ANC secretary general Gwede Mantashe said although the NEC did not discuss the public protector's damning "State of Capture" report at the weekend, the meeting agreed that President Jacob Zuma establish the inquiry to look into allegations of state capture after the dawn of democracy.
"The terms of reference of such commission of inquiry must be broad enough to uncover the influence of business on the State," Mantashe told reporters in Johannesburg.
"The state capture issue goes further deeper than what is in the public protector report. The NEC agreed that the inquiry should start beyond 1994, and questions were raised whether it should also probe the 1948 era...It was agreed that a separate inquiry can be established for that period if the need arises."
Last week, Zuma's office denied reports that he was against the implementation of the public protector's remedial actions, including establishment of a commission of inquiry.
The Presidency said Zuma was of the view that some of the remedial actions directed were irregular, unlawful and unconstitutional.
"Legal advice obtained pointed at the fact that the remedial action on the appointment of a commission of inquiry undermines the separation of powers doctrine. The Constitution gives the power to appoint a commission of inquiry to the President, which she/he must exercise when the President holds a view that a matter of public concern requires such a process," Zuma's office said at the time.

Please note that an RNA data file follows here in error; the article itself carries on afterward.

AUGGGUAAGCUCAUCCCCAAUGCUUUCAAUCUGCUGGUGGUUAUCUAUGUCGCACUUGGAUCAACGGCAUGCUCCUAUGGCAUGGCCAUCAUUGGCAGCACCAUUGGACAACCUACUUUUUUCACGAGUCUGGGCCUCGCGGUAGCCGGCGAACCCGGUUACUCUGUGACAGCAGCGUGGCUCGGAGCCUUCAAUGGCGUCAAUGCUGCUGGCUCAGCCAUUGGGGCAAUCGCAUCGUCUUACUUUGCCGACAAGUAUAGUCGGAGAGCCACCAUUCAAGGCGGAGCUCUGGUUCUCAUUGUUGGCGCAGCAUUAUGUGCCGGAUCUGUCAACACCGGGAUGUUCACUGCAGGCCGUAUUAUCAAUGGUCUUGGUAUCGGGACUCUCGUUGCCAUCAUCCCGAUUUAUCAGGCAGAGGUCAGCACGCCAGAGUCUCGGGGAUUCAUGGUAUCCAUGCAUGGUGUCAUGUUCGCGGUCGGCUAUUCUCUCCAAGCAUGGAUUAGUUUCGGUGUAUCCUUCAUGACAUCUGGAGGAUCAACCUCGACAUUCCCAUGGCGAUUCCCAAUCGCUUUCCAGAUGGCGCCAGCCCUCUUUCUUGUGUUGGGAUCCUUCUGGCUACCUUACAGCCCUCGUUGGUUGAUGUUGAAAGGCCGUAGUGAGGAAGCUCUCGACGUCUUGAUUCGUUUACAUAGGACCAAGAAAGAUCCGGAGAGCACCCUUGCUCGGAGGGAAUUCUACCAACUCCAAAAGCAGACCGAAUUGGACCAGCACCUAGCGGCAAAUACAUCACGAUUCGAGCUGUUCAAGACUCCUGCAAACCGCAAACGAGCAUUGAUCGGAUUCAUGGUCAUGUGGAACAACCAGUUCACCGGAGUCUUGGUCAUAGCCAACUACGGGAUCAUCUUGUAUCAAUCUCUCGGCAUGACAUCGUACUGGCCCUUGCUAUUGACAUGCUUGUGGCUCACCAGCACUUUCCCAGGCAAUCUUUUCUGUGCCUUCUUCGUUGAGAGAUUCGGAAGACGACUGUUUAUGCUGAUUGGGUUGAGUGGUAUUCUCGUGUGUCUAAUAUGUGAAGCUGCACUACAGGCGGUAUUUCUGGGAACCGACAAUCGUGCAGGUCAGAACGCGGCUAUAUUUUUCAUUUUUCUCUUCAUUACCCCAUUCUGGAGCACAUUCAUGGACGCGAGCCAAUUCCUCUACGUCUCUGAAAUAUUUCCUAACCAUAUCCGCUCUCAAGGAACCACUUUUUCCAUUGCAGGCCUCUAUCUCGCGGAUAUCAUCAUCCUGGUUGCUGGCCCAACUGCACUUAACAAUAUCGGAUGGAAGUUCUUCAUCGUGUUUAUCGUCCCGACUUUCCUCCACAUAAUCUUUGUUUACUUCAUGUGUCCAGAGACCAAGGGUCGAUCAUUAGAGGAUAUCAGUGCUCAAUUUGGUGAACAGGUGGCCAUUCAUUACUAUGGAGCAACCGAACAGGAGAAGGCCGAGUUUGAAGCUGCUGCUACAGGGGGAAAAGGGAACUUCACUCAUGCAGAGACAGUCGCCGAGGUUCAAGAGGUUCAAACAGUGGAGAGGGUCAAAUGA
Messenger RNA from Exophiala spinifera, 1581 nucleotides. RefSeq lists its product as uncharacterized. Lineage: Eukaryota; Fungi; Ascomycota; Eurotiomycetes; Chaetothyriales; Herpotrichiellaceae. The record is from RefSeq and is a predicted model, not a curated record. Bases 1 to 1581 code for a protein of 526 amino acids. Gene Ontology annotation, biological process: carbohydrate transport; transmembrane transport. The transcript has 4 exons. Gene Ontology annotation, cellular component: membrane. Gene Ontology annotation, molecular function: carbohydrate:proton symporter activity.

The weekend NEC meeting, the highest decision making body in the governing party, saw Zuma survive a second attempt to force him to step down.
A defiant Zuma, backed by his supporters, reportedly told the NEC that the branches of the ANC elected him and that only they could remove him.
The motion against Zuma was tabled by the ANC's policy guru, Joel Netshitenzhe, on Saturday.
The move was supported by Health Minister Aaron Motsoaledi and his deputy Joe Phaahla, axed tourism minister Derek Hanekom and NEC member Sue van der Merwe, according to sources.
At an ANC NEC meeting in December, Hanekom, since dismissed by Zuma from Cabinet, proposed a motion of no confidence in him, but that, too, was squashed.
Mantashe said the NEC saw the calls for Zuma to vacate office as not about Zuma, but an attempt to "dislodge the ANC", a charge he said was led by opposition parties.
The NEC agreed that mistakes by the ANC should be minimised and reduced so that the opposition parties did not use such to their advantage, said Mantashe.
The NEC meeting took place against the backdrop of the most damning newspaper reports yet against Zuma's controversial friends, the Gupta family, revealing the business family's influence on the state allegedly through Zuma and his son Duduzane.
According to Sunday newspaper reports, Zuma and the wealthy family had come up with an exit plan for the President and his family to settle in the United Arab Emirates (UAE).